About three quarters of the patients (77%) were determined at the admission to be intakes to the CRHT team for emergency assistance to be provided within a 24 h period. The distribution in the referral sources is shown in Table 1. About 40% of the patients were referred to the team by self or family members. Patients and family in general would have known about the CRHT team in the community from their GPs or other healthcare providers, through their past experiences at mental health care service units, and from pubic media. An additional 26% were referred by primary care physicians. Twenty patients (6%) were referred by emergency units, suggesting that these patients were specifically referred for community-based crises care rather than being hospitalized by the emergency services. Twenty one percent of the patients were referred to the team by psychiatrists or psychiatric services such as mental health clinics or DSP daycare units. This means that half of the patients had an initial contact with healthcare professionals prior to their admission to the CRHT team. The majority (79%) were referred by those who were acquainted with the patients.

When the distributions in the referral sources by demographic variables (age, gender, marital status, ethnicity, living situation, income source, and child care responsibility) were examined, it was found that none of the variables was statistically significant in differences in the distributions. However there were some interesting differences as shown in Table 2. Female patients than male patients were more likely to be referred by self or family, while the middle-aged (46 to 65) among the age groups were most likely to refer themselves or by families. On the other hand, those married or widowed were more likely to refer themselves or be referred by their families compared to other marital status groups.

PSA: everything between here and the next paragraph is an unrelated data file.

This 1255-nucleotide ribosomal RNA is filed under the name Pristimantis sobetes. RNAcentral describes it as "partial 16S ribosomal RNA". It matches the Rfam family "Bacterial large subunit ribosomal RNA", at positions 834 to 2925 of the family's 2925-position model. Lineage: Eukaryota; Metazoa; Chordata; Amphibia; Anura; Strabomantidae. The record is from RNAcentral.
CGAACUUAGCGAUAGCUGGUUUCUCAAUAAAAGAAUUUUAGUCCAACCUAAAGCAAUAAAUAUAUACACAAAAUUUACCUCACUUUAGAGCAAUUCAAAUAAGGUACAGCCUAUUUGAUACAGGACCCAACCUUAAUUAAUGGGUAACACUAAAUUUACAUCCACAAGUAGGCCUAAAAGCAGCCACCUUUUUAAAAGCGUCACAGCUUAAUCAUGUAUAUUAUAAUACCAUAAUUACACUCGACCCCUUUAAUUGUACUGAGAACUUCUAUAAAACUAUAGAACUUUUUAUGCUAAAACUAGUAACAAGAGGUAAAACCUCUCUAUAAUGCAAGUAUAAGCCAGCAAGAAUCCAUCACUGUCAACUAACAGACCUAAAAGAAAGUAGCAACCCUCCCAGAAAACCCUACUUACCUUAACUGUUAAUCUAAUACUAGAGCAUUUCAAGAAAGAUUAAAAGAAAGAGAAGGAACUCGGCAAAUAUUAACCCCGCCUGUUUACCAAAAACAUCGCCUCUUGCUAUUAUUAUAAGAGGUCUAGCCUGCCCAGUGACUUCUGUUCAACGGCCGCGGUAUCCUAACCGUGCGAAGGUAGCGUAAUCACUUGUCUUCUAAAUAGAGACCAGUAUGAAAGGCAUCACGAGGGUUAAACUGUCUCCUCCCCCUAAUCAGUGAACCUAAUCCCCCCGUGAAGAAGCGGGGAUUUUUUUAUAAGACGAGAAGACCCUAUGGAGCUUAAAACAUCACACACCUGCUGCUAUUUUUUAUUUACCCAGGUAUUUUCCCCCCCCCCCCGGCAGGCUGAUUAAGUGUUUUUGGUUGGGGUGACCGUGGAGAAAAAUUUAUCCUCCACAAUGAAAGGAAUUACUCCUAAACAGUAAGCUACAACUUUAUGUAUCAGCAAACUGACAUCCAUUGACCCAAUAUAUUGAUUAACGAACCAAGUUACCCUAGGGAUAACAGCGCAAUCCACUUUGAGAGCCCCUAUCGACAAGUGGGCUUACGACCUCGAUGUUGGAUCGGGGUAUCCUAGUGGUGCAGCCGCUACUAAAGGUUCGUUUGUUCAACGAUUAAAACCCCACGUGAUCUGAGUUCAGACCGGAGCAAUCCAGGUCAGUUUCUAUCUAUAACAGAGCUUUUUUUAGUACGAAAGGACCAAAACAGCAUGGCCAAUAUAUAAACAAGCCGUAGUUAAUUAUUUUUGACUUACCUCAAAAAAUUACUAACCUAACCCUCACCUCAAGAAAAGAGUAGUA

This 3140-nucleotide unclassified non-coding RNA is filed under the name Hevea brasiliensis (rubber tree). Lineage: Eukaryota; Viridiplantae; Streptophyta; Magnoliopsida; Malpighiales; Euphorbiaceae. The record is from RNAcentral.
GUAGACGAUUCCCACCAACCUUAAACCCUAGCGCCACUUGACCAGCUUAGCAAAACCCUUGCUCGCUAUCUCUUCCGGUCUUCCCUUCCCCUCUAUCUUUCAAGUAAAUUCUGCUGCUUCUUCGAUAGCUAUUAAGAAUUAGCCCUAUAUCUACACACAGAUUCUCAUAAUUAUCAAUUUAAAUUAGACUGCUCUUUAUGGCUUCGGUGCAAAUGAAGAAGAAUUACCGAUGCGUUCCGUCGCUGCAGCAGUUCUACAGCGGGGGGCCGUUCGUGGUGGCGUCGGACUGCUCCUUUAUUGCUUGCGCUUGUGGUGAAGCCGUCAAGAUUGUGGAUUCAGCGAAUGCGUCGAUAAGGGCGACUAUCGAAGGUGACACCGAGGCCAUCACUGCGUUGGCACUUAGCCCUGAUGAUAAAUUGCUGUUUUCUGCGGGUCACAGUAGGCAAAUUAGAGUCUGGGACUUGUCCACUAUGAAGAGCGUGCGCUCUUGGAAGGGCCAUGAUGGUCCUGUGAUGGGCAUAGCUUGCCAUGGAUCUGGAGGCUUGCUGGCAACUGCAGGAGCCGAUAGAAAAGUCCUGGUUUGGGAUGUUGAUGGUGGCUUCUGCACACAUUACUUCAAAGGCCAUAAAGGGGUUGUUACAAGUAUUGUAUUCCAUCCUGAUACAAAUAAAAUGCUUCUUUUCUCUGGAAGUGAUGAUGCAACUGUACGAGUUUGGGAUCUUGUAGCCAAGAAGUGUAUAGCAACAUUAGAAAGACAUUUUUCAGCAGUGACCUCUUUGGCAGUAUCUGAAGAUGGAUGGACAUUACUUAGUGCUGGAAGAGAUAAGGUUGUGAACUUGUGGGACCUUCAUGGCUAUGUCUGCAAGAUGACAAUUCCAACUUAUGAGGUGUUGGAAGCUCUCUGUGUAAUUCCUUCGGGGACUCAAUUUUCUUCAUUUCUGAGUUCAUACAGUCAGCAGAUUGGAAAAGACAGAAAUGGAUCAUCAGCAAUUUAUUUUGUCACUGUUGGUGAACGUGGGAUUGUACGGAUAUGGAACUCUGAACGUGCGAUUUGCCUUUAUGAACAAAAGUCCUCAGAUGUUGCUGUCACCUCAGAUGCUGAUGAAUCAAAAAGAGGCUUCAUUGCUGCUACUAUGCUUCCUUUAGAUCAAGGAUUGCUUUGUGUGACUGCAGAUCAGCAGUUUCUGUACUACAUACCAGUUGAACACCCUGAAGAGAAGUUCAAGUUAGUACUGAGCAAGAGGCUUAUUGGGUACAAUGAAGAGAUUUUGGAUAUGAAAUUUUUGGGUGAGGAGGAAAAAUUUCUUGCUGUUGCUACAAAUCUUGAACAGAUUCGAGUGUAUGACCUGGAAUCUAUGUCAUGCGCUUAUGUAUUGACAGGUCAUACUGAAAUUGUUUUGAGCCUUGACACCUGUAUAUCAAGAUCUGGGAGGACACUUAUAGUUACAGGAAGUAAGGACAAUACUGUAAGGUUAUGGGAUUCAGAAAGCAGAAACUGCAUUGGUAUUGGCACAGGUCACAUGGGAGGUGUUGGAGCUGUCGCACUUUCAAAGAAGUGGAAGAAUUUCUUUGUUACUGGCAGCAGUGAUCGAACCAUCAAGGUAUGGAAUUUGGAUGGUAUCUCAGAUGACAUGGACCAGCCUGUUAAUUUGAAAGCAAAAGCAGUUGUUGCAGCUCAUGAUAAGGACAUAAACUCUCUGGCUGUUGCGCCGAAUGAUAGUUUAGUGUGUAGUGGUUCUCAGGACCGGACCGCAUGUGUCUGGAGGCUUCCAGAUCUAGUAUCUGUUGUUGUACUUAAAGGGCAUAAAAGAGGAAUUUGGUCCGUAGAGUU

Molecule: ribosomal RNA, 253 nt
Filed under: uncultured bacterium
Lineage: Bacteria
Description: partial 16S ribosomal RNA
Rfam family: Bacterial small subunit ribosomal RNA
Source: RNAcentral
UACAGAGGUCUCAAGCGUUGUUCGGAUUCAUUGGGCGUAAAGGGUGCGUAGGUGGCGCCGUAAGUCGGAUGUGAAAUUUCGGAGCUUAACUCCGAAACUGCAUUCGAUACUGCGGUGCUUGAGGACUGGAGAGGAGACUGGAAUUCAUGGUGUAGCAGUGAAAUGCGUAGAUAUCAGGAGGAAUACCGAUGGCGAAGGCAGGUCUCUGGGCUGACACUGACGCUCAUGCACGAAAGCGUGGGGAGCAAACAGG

Mental health problems at admission and previous mental health services

The distributions in mental health problems are presented in Table 3. Regarding the patients' status and experiences prior to admission to the team, nearly 80% of the patients were admitted to the team for the recurrence of an existing mental health problem or aggravation of a long-standing mental health problem, while only one fifth of the patients were admitted to the team for new or recent-onset mental health problems. During the 48 h prior to their intake, 38% of the patients were on psychiatric prescription medication, while 51% did not take any psychiatric drugs with the rest of the patients taking non-prescription drugs (11%).

Although 74% had previous contacts with psychiatric services, about one half of the previous medical services received both during the 48 h (42%) and 3 months prior to the intake (56%) were with primary care physicians. During the 48 h prior to the intake one quarter of the patients (25%) had contacts with family and/or friends only, while about 18% made contacts with emergency units and 15% had contacts with psychiatrists or psychiatric, mental health services. During the 3 months prior to the intake, more than one half of the patients received services by primary care physicians only, and about 30% received services by the combination of primary care physicians and mental health care professionals. There were only few patients who did not receive medical services during this period (6.8%), suggesting a presence of mental health problems or other health problems prior to the crises in this population.

The distribution in the status of mental health problems at intake according to prior psychiatric care and psychiatric medication use in the 48 h preceding the intake were also significantly different among the groups as expected (Table 4). Those who received previous psychiatric services were more likely to have had long-standing mental health problems at intake, and most of those not on psychiatric medications were those with new or recent episodes of mental health problems. A large proportion (over 70%) of those who had new or recent mental health problems or who had recent recurrence of existing illness were seen only by primary care physicians during the previous 3 months period, while those who had long-standing mental health problems were seen mostly by psychiatric services in addition to primary care physicians. These suggest that the patients with long-standing mental health problems were receiving medical care prior to their admission to the services by the CRHT team. No significant relationship between the type of contacts made during the 48 h prior to the intake and the status of present mental health problems was found.